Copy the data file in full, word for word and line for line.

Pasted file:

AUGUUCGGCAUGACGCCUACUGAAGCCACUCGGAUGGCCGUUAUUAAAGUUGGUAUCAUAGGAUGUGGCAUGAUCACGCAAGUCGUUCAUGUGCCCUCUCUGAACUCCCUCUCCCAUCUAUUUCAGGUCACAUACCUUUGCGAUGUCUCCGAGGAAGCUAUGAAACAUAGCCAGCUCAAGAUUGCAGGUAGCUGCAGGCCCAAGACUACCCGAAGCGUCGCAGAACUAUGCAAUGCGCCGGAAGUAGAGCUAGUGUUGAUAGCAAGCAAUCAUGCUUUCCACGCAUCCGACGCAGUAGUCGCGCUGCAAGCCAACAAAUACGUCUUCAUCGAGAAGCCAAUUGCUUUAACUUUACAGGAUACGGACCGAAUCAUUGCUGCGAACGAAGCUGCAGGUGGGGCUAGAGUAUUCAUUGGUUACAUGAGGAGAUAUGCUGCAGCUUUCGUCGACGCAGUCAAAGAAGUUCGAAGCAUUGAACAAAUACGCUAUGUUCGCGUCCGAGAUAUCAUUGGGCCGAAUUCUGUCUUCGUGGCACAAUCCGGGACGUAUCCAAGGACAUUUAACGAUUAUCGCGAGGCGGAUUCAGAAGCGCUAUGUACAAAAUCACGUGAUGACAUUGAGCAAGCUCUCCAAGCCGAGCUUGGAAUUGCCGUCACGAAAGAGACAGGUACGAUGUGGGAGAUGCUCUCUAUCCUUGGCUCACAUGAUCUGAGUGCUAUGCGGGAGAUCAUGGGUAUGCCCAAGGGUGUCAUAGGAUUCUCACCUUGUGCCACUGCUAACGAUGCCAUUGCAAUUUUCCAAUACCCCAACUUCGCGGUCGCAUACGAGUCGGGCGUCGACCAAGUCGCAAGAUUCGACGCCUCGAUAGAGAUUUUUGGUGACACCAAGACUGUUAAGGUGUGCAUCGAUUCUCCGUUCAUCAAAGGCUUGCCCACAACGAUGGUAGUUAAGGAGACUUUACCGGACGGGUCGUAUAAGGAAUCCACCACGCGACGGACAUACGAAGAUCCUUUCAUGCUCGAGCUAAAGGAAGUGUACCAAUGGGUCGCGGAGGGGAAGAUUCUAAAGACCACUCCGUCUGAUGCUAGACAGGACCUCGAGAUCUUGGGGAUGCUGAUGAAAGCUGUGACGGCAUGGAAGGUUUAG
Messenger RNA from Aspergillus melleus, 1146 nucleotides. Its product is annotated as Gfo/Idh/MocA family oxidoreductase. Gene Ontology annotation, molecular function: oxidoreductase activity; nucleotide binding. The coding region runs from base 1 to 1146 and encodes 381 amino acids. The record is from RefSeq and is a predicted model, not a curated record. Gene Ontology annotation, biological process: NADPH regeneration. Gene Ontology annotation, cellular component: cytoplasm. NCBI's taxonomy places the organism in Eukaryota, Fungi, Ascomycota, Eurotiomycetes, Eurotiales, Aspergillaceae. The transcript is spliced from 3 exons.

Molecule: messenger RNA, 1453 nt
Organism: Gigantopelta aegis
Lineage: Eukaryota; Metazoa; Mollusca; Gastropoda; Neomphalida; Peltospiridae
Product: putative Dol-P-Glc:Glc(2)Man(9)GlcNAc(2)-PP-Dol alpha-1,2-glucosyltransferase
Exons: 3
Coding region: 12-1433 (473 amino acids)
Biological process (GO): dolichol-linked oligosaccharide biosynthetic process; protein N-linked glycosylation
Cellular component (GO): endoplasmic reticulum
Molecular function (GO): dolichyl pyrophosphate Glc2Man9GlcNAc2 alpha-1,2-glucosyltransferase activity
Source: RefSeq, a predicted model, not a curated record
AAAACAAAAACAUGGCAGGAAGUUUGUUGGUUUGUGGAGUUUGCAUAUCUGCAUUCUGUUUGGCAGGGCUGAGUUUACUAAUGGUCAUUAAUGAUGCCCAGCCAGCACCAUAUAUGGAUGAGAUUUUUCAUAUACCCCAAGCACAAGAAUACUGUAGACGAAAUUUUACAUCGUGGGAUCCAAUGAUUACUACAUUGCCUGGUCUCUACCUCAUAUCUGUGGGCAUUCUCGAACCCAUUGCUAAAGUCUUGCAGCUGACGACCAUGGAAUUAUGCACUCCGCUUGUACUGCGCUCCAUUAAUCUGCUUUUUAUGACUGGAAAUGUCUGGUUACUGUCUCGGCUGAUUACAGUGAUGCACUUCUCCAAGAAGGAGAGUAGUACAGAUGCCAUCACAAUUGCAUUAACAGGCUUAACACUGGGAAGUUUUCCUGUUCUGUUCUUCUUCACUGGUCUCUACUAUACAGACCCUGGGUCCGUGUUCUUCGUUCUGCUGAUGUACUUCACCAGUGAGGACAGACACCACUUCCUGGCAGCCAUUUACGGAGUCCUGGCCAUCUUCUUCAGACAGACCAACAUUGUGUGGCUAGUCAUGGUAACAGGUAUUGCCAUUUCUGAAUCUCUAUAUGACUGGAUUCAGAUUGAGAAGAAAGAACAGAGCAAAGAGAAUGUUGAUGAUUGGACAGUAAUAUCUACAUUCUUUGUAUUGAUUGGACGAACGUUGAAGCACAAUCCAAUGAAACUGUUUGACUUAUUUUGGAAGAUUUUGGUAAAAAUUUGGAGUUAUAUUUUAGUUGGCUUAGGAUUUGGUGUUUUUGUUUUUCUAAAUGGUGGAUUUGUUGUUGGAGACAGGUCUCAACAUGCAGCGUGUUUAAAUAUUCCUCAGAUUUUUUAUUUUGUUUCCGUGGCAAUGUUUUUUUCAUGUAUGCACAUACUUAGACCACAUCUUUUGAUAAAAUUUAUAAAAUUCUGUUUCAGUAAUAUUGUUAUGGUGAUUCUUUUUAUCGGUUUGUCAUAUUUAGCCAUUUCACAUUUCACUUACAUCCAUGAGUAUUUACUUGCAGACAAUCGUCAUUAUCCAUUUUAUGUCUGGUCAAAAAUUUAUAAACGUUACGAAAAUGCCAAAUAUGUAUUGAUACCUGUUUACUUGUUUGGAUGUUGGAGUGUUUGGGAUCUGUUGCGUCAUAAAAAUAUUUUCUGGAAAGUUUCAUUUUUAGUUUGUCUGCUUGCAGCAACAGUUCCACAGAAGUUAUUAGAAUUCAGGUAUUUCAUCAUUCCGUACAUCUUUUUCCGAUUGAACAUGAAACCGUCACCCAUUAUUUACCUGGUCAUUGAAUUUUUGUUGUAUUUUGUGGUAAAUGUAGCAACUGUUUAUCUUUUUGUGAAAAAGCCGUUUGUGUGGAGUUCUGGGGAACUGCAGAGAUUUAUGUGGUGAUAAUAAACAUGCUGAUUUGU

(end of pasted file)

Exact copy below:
AUGUUCGGCAUGACGCCUACUGAAGCCACUCGGAUGGCCGUUAUUAAAGUUGGUAUCAUAGGAUGUGGCAUGAUCACGCAAGUCGUUCAUGUGCCCUCUCUGAACUCCCUCUCCCAUCUAUUUCAGGUCACAUACCUUUGCGAUGUCUCCGAGGAAGCUAUGAAACAUAGCCAGCUCAAGAUUGCAGGUAGCUGCAGGCCCAAGACUACCCGAAGCGUCGCAGAACUAUGCAAUGCGCCGGAAGUAGAGCUAGUGUUGAUAGCAAGCAAUCAUGCUUUCCACGCAUCCGACGCAGUAGUCGCGCUGCAAGCCAACAAAUACGUCUUCAUCGAGAAGCCAAUUGCUUUAACUUUACAGGAUACGGACCGAAUCAUUGCUGCGAACGAAGCUGCAGGUGGGGCUAGAGUAUUCAUUGGUUACAUGAGGAGAUAUGCUGCAGCUUUCGUCGACGCAGUCAAAGAAGUUCGAAGCAUUGAACAAAUACGCUAUGUUCGCGUCCGAGAUAUCAUUGGGCCGAAUUCUGUCUUCGUGGCACAAUCCGGGACGUAUCCAAGGACAUUUAACGAUUAUCGCGAGGCGGAUUCAGAAGCGCUAUGUACAAAAUCACGUGAUGACAUUGAGCAAGCUCUCCAAGCCGAGCUUGGAAUUGCCGUCACGAAAGAGACAGGUACGAUGUGGGAGAUGCUCUCUAUCCUUGGCUCACAUGAUCUGAGUGCUAUGCGGGAGAUCAUGGGUAUGCCCAAGGGUGUCAUAGGAUUCUCACCUUGUGCCACUGCUAACGAUGCCAUUGCAAUUUUCCAAUACCCCAACUUCGCGGUCGCAUACGAGUCGGGCGUCGACCAAGUCGCAAGAUUCGACGCCUCGAUAGAGAUUUUUGGUGACACCAAGACUGUUAAGGUGUGCAUCGAUUCUCCGUUCAUCAAAGGCUUGCCCACAACGAUGGUAGUUAAGGAGACUUUACCGGACGGGUCGUAUAAGGAAUCCACCACGCGACGGACAUACGAAGAUCCUUUCAUGCUCGAGCUAAAGGAAGUGUACCAAUGGGUCGCGGAGGGGAAGAUUCUAAAGACCACUCCGUCUGAUGCUAGACAGGACCUCGAGAUCUUGGGGAUGCUGAUGAAAGCUGUGACGGCAUGGAAGGUUUAG
Messenger RNA from Aspergillus melleus, 1146 nucleotides. Its product is annotated as Gfo/Idh/MocA family oxidoreductase. Gene Ontology annotation, molecular function: oxidoreductase activity; nucleotide binding. The coding region runs from base 1 to 1146 and encodes 381 amino acids. The record is from RefSeq and is a predicted model, not a curated record. Gene Ontology annotation, biological process: NADPH regeneration. Gene Ontology annotation, cellular component: cytoplasm. NCBI's taxonomy places the organism in Eukaryota, Fungi, Ascomycota, Eurotiomycetes, Eurotiales, Aspergillaceae. The transcript is spliced from 3 exons.

Molecule: messenger RNA, 1453 nt
Organism: Gigantopelta aegis
Lineage: Eukaryota; Metazoa; Mollusca; Gastropoda; Neomphalida; Peltospiridae
Product: putative Dol-P-Glc:Glc(2)Man(9)GlcNAc(2)-PP-Dol alpha-1,2-glucosyltransferase
Exons: 3
Coding region: 12-1433 (473 amino acids)
Biological process (GO): dolichol-linked oligosaccharide biosynthetic process; protein N-linked glycosylation
Cellular component (GO): endoplasmic reticulum
Molecular function (GO): dolichyl pyrophosphate Glc2Man9GlcNAc2 alpha-1,2-glucosyltransferase activity
Source: RefSeq, a predicted model, not a curated record
AAAACAAAAACAUGGCAGGAAGUUUGUUGGUUUGUGGAGUUUGCAUAUCUGCAUUCUGUUUGGCAGGGCUGAGUUUACUAAUGGUCAUUAAUGAUGCCCAGCCAGCACCAUAUAUGGAUGAGAUUUUUCAUAUACCCCAAGCACAAGAAUACUGUAGACGAAAUUUUACAUCGUGGGAUCCAAUGAUUACUACAUUGCCUGGUCUCUACCUCAUAUCUGUGGGCAUUCUCGAACCCAUUGCUAAAGUCUUGCAGCUGACGACCAUGGAAUUAUGCACUCCGCUUGUACUGCGCUCCAUUAAUCUGCUUUUUAUGACUGGAAAUGUCUGGUUACUGUCUCGGCUGAUUACAGUGAUGCACUUCUCCAAGAAGGAGAGUAGUACAGAUGCCAUCACAAUUGCAUUAACAGGCUUAACACUGGGAAGUUUUCCUGUUCUGUUCUUCUUCACUGGUCUCUACUAUACAGACCCUGGGUCCGUGUUCUUCGUUCUGCUGAUGUACUUCACCAGUGAGGACAGACACCACUUCCUGGCAGCCAUUUACGGAGUCCUGGCCAUCUUCUUCAGACAGACCAACAUUGUGUGGCUAGUCAUGGUAACAGGUAUUGCCAUUUCUGAAUCUCUAUAUGACUGGAUUCAGAUUGAGAAGAAAGAACAGAGCAAAGAGAAUGUUGAUGAUUGGACAGUAAUAUCUACAUUCUUUGUAUUGAUUGGACGAACGUUGAAGCACAAUCCAAUGAAACUGUUUGACUUAUUUUGGAAGAUUUUGGUAAAAAUUUGGAGUUAUAUUUUAGUUGGCUUAGGAUUUGGUGUUUUUGUUUUUCUAAAUGGUGGAUUUGUUGUUGGAGACAGGUCUCAACAUGCAGCGUGUUUAAAUAUUCCUCAGAUUUUUUAUUUUGUUUCCGUGGCAAUGUUUUUUUCAUGUAUGCACAUACUUAGACCACAUCUUUUGAUAAAAUUUAUAAAAUUCUGUUUCAGUAAUAUUGUUAUGGUGAUUCUUUUUAUCGGUUUGUCAUAUUUAGCCAUUUCACAUUUCACUUACAUCCAUGAGUAUUUACUUGCAGACAAUCGUCAUUAUCCAUUUUAUGUCUGGUCAAAAAUUUAUAAACGUUACGAAAAUGCCAAAUAUGUAUUGAUACCUGUUUACUUGUUUGGAUGUUGGAGUGUUUGGGAUCUGUUGCGUCAUAAAAAUAUUUUCUGGAAAGUUUCAUUUUUAGUUUGUCUGCUUGCAGCAACAGUUCCACAGAAGUUAUUAGAAUUCAGGUAUUUCAUCAUUCCGUACAUCUUUUUCCGAUUGAACAUGAAACCGUCACCCAUUAUUUACCUGGUCAUUGAAUUUUUGUUGUAUUUUGUGGUAAAUGUAGCAACUGUUUAUCUUUUUGUGAAAAAGCCGUUUGUGUGGAGUUCUGGGGAACUGCAGAGAUUUAUGUGGUGAUAAUAAACAUGCUGAUUUGU